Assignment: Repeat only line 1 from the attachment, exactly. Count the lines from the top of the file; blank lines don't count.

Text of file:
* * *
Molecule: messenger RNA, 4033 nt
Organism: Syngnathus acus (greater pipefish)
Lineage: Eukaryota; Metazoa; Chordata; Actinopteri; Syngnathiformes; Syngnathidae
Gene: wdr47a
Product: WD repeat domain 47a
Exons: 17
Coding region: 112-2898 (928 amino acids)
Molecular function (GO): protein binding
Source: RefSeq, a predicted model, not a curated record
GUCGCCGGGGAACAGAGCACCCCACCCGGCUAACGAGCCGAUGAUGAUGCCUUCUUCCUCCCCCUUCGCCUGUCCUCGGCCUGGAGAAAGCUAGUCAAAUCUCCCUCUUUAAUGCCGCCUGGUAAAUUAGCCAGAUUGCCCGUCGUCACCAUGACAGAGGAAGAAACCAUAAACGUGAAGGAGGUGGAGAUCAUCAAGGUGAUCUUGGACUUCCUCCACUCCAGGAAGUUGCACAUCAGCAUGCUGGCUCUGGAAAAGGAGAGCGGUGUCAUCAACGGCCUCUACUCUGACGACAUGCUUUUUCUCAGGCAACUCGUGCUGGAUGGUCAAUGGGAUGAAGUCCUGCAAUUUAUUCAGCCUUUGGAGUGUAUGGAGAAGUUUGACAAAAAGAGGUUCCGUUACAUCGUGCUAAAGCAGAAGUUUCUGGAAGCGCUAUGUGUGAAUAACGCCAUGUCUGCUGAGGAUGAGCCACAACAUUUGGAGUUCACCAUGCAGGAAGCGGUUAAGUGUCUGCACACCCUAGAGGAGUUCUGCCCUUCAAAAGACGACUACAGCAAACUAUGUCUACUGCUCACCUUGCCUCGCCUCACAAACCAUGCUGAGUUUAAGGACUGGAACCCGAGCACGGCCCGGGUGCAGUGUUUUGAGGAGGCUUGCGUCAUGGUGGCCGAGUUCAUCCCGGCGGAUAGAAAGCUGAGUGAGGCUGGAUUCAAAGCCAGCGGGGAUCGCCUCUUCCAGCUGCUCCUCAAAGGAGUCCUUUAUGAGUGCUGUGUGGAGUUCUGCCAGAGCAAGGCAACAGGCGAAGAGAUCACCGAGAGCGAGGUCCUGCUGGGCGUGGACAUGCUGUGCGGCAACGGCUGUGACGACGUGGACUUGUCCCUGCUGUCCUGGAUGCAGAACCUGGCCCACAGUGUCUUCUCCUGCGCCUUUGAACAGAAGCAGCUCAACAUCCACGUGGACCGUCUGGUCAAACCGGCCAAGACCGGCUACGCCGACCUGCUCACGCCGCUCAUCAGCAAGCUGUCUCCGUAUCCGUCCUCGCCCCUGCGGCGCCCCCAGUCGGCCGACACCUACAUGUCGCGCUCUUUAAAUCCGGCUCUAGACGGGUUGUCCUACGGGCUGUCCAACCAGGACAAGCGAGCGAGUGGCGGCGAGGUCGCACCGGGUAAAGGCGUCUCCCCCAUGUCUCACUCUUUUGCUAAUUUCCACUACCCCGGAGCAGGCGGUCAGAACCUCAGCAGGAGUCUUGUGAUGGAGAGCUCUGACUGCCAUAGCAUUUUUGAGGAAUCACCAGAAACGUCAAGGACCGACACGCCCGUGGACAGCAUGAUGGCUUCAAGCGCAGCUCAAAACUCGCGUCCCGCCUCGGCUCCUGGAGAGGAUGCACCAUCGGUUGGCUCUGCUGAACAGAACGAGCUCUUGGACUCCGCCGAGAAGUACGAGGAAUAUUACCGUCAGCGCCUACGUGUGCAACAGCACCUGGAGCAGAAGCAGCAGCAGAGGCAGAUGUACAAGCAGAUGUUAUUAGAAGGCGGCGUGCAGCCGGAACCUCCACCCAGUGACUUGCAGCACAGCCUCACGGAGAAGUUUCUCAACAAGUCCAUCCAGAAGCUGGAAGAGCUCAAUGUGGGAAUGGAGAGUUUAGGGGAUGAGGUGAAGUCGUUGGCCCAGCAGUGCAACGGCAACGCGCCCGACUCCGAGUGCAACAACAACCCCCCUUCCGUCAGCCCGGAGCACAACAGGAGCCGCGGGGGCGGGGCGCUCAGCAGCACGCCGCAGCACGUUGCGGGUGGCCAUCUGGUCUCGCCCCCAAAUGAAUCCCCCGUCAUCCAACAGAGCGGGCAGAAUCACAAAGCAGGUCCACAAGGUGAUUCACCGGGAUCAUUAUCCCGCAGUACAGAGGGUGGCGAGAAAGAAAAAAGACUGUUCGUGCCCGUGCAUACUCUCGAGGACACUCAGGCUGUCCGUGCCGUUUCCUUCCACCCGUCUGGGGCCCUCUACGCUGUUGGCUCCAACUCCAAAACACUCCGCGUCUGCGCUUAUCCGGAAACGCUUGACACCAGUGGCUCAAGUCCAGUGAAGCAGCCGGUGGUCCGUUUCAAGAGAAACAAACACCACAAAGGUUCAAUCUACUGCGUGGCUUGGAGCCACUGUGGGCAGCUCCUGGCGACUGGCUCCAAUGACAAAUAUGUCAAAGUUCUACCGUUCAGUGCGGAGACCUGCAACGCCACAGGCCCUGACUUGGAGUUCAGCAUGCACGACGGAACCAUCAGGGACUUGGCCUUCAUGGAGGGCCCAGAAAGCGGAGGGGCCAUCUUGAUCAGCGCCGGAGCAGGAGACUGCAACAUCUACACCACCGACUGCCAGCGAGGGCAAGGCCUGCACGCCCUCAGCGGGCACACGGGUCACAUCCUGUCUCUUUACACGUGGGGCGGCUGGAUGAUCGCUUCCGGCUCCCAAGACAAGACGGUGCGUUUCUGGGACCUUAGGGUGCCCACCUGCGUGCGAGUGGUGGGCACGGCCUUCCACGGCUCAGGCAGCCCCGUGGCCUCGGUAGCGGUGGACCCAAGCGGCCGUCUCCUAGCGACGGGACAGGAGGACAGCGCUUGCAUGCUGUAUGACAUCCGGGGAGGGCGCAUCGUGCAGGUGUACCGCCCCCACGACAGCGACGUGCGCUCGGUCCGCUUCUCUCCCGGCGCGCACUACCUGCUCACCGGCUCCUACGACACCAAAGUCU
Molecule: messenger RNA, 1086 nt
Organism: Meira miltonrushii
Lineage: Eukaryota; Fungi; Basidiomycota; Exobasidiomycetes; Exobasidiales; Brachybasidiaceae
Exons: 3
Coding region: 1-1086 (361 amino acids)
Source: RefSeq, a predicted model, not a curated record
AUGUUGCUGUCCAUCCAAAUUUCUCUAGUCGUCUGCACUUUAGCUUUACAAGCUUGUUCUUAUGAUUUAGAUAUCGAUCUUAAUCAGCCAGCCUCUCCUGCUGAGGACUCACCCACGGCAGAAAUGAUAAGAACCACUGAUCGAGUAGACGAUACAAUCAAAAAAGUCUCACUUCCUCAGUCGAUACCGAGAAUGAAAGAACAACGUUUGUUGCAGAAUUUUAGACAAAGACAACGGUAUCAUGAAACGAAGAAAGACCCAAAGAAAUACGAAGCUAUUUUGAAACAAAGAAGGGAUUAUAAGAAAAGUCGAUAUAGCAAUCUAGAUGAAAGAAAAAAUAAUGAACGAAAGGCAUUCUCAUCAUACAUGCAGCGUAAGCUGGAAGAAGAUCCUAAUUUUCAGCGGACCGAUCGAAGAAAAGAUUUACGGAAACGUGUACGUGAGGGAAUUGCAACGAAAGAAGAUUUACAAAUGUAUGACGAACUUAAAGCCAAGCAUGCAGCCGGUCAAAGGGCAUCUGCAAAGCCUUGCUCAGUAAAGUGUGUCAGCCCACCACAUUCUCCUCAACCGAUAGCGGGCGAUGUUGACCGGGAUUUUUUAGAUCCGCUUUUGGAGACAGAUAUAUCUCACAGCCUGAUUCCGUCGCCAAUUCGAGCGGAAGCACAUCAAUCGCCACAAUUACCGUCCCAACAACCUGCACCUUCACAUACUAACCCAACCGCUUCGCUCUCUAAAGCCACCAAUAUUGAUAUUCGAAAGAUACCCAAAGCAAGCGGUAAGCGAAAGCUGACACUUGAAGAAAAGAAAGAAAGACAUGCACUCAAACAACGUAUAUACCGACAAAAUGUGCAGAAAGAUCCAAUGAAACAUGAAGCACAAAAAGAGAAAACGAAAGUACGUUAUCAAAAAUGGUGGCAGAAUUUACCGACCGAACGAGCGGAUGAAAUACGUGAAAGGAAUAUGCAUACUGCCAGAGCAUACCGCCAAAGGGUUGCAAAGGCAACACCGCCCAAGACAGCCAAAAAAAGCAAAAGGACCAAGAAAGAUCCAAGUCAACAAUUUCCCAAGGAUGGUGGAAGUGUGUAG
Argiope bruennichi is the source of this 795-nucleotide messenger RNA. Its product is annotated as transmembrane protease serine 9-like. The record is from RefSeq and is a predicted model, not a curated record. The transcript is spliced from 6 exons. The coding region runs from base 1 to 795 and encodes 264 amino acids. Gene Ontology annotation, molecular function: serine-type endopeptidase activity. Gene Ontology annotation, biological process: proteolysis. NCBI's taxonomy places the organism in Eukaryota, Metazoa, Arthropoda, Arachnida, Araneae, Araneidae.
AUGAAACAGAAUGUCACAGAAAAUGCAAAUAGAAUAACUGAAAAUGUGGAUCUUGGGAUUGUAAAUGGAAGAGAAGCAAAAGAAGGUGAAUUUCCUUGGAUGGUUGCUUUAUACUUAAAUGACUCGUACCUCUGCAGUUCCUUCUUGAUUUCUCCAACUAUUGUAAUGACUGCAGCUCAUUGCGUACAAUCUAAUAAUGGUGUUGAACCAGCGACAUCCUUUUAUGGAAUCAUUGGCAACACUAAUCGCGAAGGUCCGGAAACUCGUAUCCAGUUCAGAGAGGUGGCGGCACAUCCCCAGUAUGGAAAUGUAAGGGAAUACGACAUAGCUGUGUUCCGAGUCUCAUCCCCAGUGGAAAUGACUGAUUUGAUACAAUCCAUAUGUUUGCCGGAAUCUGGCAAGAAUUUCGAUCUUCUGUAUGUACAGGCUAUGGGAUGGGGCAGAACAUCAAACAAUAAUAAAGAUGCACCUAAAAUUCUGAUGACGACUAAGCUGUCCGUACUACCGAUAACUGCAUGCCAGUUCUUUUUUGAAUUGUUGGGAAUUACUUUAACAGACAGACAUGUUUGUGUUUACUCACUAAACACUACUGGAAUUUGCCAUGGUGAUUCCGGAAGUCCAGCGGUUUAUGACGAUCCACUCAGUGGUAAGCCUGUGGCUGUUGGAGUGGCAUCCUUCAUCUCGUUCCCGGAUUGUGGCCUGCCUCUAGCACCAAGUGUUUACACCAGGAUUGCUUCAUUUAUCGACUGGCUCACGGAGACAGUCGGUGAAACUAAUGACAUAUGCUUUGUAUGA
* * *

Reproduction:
Molecule: messenger RNA, 4033 nt